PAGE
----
I-Team: Beatles put Las Vegas on show biz map

LAS VEGAS -- Fifty years ago this week, Las Vegas was engulfed by Beatlemania. The hottest act in the world at the time, the Beatles, had personally chosen Las Vegas to be on the band's first North American tour.

It was a curious choice, given the small size of the city at the time, but the band's two local performances caused a sensation back then, one that is still being felt today.

The average city on that 1964 tour had 1.4 million residents. There were only 120,000 people in all of Clark County. Beatle historians say the band members picked Las Vegas because they wanted to see it. The powers that be, at the time, were not exactly thrilled. The Strip could care less about a band that was popular with teenagers. So the biggest act on the planet didn't exactly get red carpet treatment.

Half a century ago, Beatlemania smashed onto American shores like a shrieking tsunami. The hit movie A Hard Day's Night was playing at the Huntridge theater during the week that the Fab Four chose Las Vegas as the second stop on the band's first triumphant American tour.

Hoping to avoid crazed fans, they arrived at the airport in the middle of the night, hoping they might be able to kick back and see the sights while in Las Vegas. They sidestepped a crowd at the airport, but when they arrived at the Sahara Hotel & Casino it was bedlam. Thousands of hysterical teens had surrounded the place, blocked the way, pawed and jostled, and almost rioted when the band tried to enter.

"It's insanity. It makes you wonder how they put up with it," said Dennis Mitchell, who produced Breakfast with the Beatles.

Mitchell wasn't there, but as a kid, he too was smitten by the Beatles and turned it into a career. His long running radio show and podcast Breakfast with the Beatles is heard all over the world.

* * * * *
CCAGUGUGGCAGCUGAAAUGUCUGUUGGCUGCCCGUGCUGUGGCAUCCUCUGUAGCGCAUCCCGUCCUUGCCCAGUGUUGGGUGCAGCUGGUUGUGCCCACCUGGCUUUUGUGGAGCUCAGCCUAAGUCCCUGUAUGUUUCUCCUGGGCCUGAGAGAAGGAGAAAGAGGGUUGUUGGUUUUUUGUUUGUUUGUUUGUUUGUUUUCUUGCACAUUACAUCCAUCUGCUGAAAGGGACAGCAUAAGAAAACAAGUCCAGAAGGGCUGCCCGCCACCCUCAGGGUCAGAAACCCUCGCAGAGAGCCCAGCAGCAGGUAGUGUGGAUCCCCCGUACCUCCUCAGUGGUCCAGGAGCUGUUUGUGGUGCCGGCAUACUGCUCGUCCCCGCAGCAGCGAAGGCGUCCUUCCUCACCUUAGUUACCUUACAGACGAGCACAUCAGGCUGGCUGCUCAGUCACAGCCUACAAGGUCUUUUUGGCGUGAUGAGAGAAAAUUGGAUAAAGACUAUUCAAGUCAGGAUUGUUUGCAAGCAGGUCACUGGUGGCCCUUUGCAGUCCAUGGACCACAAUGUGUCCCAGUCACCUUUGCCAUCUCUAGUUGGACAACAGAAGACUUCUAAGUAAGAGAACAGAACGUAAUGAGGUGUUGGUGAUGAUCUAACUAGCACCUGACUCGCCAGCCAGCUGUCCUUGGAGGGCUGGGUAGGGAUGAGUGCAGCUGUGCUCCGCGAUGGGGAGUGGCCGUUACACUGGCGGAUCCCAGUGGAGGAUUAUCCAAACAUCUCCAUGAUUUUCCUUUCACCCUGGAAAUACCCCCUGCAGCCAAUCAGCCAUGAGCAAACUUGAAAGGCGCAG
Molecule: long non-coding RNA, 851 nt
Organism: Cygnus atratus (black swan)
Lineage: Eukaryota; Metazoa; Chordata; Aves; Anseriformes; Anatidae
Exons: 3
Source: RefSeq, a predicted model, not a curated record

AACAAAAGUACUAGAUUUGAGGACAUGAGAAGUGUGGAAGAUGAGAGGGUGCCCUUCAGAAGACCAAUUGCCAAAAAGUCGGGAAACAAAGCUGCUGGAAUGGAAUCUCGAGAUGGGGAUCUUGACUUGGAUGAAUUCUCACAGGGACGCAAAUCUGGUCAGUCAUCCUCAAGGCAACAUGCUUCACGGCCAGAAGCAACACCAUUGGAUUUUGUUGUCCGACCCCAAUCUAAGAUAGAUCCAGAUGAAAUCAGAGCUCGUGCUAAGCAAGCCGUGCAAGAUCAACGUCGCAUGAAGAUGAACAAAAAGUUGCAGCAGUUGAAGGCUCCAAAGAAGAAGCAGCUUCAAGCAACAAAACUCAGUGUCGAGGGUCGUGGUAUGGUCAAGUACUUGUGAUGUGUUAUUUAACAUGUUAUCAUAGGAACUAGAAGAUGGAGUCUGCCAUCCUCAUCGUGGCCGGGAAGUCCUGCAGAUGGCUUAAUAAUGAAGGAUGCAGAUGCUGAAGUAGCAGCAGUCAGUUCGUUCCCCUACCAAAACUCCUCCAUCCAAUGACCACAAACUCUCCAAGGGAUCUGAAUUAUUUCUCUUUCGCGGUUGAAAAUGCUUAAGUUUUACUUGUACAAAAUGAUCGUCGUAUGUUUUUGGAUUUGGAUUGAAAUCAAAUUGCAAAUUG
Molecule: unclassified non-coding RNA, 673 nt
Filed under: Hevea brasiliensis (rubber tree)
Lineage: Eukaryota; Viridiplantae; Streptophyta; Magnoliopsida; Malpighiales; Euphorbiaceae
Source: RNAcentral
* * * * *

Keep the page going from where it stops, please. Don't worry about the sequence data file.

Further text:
Mitchell has become an authority on the band and the weird little stop in Las Vegas, by far, was the smallest venue on the tour. Mitchell says the Beatles made the call, for one reason.

"In a word, cool. The Beatles wanted to be cool," Mitchell said. "And once you are stateside, where is there a bigger cool factor than Las Vegas? So it was really a matter of them wanting to be here."

Las Vegas in 1964 was cool as epitomized by the Rat Pack, but the Strip establishment was clueless.

"They had no idea this snowball was still growing and about to roll into the valley in a big way," Mitchell said.

According to a new two-volume book, emissaries approached every hotel on the Strip, south to north, and every one turned them down. Why sign an act that attracts teenagers? The last door they knocked on was the Sahara which agreed to pay them $25,000 for two performances in the hotel's 700-seat Congo room theater. It was akin to staging the Super Bowl at a high school stadium.

At first, there was little interest in show tickets along the Strip, but as the buzz mounted, the shows were moved to the much larger convention center rotunda, where thousands of kids started lining up to buy tickets. The cheap seats sold for $2.20. The expensive ones for $5.50.

"If it was Sinatra or Dean Martin, I would have known about it but I didn't pay any attention to the Beatles," said Ralph Lamb, the former Clark County sheriff.

Lamb's musical tastes leaned more toward Hank Williams than John Lennon, so he'd never heard of the Beatles until the buzz started building. He told the band's managers that the boys would have to come down and get a sheriff's card like anyone else who worked at a Las Vegas casino, including entertainers.

 "I got hold of their manager there, I don't remember his name, and I said when those guys are messing around in the afternoon, you can bring them down all at once, ask for Gale Hardy and she will fingerprint them, give them a work card. It's good identification for them. They said, 'Are you crazy?'"

Lamb stuck to his guns and made them do it. Local teens were already enraged by how the band was being treated. Newspaperman Don Digilio, a journalistic provocateur, had written tongue in cheek columns poking fun at the Beatles. The paper was bombarded with angry calls and letters and Digilio's home was picketed.

Back at the Sahara, the four band mates were sequestered in the penthouse that years would later be marketed as the Beatles suite. They couldn't visit the casino, so the casino came to them in a move that would never be allowed today.

Rumors surfaced years later that underage girls were discovered inside the suite and that hush money was paid, but no proof surfaced. As the show neared, so many things could have gone wrong.

"You had police issues, police all over the hotels, alleged indiscretions, work permit issues, bomb scares and the reporter that was sent wasn't really kind to them, so now they didn't get a warm welcome in Las Vegas. They still came away saying great things about our city and it was one of the great memories of the 64 tour for them," Mitchell said.



 


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